Malayan Bridle Snake (Dryocalamus subannulatus)

Puff-Faced Water Snake (Homalopsis buccata)

Red Tailed Pipe Snake (Cylindrophis ruffus ruffus)

Sunbeam Snake (Xenopeltis unicolor)

Common Water Snake / Yellow Bellied Water Snake (Enhydris plumbea)

Golden Tree Snake (Chrysopelea ornata)

Paradise Tree Snake (Chrysopelea paradisi)

Blue Bronzeback Snake (Dendrelaphis cyanochloris)

Striped Bronzeback Snake (Dendrelaphis caudolineatus)

Common Bronzeback Snake (Dendrelaphis pictus)

Banded Bronzeback (Dendrelaphis striatus)

Copperheaded Racer (Coelognathus radiata)

Malayan Racer (Elaphe flavolineata)

Red-tailed Racer (Gonyosoma oxycephalum)

Banded Cat Snake / Mangrove Cat Snake / Black Cat Snake (Boiga dendrophila)

Green Cat Snake (Boiga cyanea)

Dog-toothed Cat Snake (Boiga cynodon)

Common Mock Viper (Psammodyanstes pulverulentus)

Ridley’s Racer (Othriophis taeniurus ridleyi)

Indo-Chinese Rat Snake (Ptyas korros)

White-bellied Rat Snake (Ptyas fusca)

Oriental Rat Snake (Ptyas mucosus)

Keeled Rat Snake (Ptyas carinatus)

Brahminy Blind Snake (Ramphotyphlops braminus)

Common Bridle Snake (Dryocalamus davisonii)

Rainbow Water Snake (Enhydris enhydris)

Yellow-striped Caecillain (Ichthyophis sp) 

DORs (Dead on Road)

I don’t count these, I have seen another 50 or so species, in addition to most of those above.

 

Fifty-three different species of snakes! Well, there are 150+ more out there – so I’d better get herping.

Just to make it crystal clear for those that need it. I catch the snakes and either take them somewhere I can let them go free and take photos-videos in a wide open clearing, or, if none can be found I take them to another place for photos and videos. I let the snakes I catch go usually within 24 hours. Always within 2-3 days. I put the snakes back in the same place I found them, or, if they are venomous and were caught in a house or near houses – I take them to another suitable habitat.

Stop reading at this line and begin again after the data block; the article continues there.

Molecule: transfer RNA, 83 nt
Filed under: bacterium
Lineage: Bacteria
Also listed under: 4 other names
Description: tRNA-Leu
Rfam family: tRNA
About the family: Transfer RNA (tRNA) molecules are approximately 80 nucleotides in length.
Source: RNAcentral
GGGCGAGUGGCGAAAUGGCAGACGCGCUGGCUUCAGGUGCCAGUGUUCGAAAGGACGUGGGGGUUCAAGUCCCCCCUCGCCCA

If you want to come and catch snakes in Thailand – give us an email: info[{at}] ThailandSnakes [{com}}. We go primarily (or always) for night herps for a couple reasons: 1. more herps. 2. cooler!

Thailand Snake Journal 1

Yesterday I had a great time. Two guys from England came over to hunt snakes in Krabi. They’ve seen my ThailandSnakes.com site and my snake videos on YouTube and asked if I would help them find snakes in Krabi.

We met at the Cobra show. I introduced everyone to each other – Yaya, Jackie, Ip, Maak, Johnny, Mark and Tom – these last two were from England.

Before Matt and Tom arrived Jackie brought me a small – 24 inch reticulated python that was not tame… that was great fun, and I was bitten within 10 minutes – talking to Jackie with my hands and not watching the snake! It was a weak bite, little blood.

That was great anyway – I’ve not played with a wild retic before.

There was a baby monkey there – they have a monkey show at the cobra show – and it was amazing. It immediately climbed all over me and held on tight. It was way too young to be away from the mom – but this is how they do it here. The monkey LOVED me – then I found out why- the Thai guy that ran the monkey show was a barbarian and smacked the hell out of it – a hard palm smack to the head and knocked it off the table when he took it from me. I’ve no idea why… it looked like that’s just what he does with it. I watched my anger inside rise and subside… So i watched this monkey get smacked in the head and fly off the table to the concrete floor and showed no reaction. I’ve had to accept seeing much worse than this without doing anything.

So – eventually, after the monkey got loose and came running to me to hide him and asshole was trying to catch him but I didn’t help him. Tom and Mark arrived. They showed the snake guys pics of these ultra venomous snakes Tom keeps back in the UK. Wild colors… Tom breeds them now and sells them. He makes a living off that and working with kids with mental illness in a group home setting like I did in Tampa for 3 yrs.